Dwight Garner’s puttanesca sauce & lemon ice cream

Dwight Garner, of the charming Paper Cuts blog, is Senior Editor at the New York Times Book Review, author of Inside the List, and former Salon Book Editor. His profile of Nicholson Baker is an old favorite.

Below Garner contributes some recipes that are nearly as straightforward as Norman Mailer’s steak instructions — and far less likely to result in a visit from the fire department.
 

It’s easy to cook a fairly remarkable meal in August, when farmer’s markets are fables of abundance, or if you live near a big-city market like Dean & DeLuca.

The two recipes I’m happiest to have in my mental rucksack require zero fancy shopping — the pokiest small-town A & P will usually do. No gadgets or fancy kitchenwork are required, either. These are humble yet profound, the Swiss Army knives of recipes. They have saved the day for me more than once in remote summer houses, or when a planned, fancier dinner went up in oven smoke. The recipes are: a puttanesca sauce and a lemon ice cream.
 

The puttanesca sauce I learned, when I was fresh out of college, from Raymond Sokolov’s terrific The New Cook Cookbook — a volume I no longer own. Inexpensive to prepare and almost impossible to screw up, this dish got my wife and me through the lean early years of our marriage, and we still eat it about once a month; it’s pushy, it’s got bite — it’s a palate-cleanser, something to re-set your culinary clock. The recipe exists in my head (I haven’t consulted Sokolov in ages) as follows:

Place on the counter in front of you a few cloves of garlic, some olive oil, a tin of anchovies, a can of tuna (ideally packed in oil), a big handful of cured black olives (pitted) and a big pinch or two of capers.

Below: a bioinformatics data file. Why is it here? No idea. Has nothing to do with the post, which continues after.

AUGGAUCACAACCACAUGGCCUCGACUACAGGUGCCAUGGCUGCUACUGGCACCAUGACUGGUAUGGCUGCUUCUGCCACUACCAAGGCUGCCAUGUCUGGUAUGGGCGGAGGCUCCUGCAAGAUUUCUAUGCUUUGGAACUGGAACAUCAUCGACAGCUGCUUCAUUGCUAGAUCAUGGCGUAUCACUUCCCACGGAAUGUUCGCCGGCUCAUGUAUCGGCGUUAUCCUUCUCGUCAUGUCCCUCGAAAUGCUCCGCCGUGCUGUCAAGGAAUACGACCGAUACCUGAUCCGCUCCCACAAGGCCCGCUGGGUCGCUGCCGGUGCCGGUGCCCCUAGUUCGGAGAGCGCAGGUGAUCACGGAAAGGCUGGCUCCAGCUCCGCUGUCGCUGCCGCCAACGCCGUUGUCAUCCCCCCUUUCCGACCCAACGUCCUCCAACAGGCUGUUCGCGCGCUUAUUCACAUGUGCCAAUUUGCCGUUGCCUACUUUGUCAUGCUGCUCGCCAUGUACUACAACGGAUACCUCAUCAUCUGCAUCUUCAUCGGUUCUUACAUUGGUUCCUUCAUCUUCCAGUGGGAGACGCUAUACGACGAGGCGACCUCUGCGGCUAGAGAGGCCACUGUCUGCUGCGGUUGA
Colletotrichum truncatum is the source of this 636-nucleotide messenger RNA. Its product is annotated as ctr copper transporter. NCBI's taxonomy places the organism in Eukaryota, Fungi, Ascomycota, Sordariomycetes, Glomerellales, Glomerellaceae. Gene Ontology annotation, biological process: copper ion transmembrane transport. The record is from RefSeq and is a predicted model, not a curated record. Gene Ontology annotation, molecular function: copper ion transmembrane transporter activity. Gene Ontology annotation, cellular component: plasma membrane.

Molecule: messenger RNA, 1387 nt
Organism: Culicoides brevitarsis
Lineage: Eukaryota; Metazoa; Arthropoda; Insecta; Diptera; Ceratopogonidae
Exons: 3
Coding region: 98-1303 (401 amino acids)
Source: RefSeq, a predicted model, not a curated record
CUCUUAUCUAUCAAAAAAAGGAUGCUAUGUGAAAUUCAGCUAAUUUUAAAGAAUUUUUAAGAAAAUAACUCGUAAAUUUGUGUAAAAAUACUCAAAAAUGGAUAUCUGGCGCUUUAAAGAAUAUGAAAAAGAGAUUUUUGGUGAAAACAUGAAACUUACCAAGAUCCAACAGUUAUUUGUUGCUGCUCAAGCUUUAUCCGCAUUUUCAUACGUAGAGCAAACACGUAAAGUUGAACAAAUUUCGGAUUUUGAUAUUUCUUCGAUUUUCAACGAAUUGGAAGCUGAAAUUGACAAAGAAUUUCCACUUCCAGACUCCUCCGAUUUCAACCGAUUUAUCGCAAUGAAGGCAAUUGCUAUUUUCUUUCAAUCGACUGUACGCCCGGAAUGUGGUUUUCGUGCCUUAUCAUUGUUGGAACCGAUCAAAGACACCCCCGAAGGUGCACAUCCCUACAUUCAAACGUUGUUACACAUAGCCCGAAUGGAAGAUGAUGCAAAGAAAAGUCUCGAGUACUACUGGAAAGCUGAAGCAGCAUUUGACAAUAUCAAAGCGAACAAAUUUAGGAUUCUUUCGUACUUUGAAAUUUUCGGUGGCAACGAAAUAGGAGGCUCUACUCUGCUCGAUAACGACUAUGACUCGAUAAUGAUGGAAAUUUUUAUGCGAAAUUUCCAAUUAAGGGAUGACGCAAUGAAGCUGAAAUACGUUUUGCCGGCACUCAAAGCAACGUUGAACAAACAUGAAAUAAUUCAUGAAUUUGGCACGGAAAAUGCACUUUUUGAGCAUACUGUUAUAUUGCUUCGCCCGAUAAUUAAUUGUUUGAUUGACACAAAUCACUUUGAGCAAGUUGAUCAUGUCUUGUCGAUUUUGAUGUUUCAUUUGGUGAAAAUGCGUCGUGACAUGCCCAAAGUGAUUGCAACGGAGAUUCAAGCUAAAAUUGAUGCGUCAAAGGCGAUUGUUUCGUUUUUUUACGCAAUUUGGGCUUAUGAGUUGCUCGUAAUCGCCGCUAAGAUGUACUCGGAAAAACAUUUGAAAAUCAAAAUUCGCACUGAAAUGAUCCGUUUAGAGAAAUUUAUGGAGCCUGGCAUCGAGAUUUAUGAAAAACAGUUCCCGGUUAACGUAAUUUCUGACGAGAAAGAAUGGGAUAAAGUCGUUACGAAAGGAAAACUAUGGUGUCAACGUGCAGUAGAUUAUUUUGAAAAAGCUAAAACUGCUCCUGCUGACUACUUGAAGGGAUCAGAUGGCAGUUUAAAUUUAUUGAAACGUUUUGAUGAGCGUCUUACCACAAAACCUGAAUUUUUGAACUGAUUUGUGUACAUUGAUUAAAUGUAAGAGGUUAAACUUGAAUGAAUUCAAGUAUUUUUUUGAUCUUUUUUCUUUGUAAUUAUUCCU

Chop the garlic and heat it in the oil until just fragrant. Drain and mince the anchovies, and add them, mashing with a fork. After a minute, add the drained tuna, and keep mashing, so everything gets mixed. Chop the olives pretty finely and add them, too, mashing occasionally. Add the capers and mash some more. Don’t mash so hard you turn things into pulp. You don’t want to punish your sauce. But you want the flavors very well mixed.

(If you are missing any one of the ingredients above, do not fret. Like the women of easy virtue for which it is named, puttanesca is forgiving.)

I like this straight up, on top of whatever pasta I’m in the mood for. But you can also add a glug or two of decent red sauce to the mix, if you wish, to soften the edges and extend the portions a bit.

Grab some crusty bread and put on a Junior Kimbrough record, and you are set up.
 

The ice cream recipe I stole, years ago, from John Thorne’s book Outlaw Cook. I am giving you this from memory, too, because it’s a recipe I no longer need nor want to consult.

You will need: 1) The juice and zest of 3-4 lemons. 2) One cup superfine sugar. 3) 2 cups cream (ideally non-ultrapasteurized). That’s it. Here are the directions in their totality: Place ingredients in a shallow serving bowl, mix gently with a spoon, then freeze.

The tart lemon, the rich cream — unlike most desserts, this will never let you down. Serve in pie-like slices, maybe with few cookies on the side.

Pepperidge Farm Bordeaux do pretty well with this. And that little A & P probably stocks them.
 

Image swiped from Vulture.


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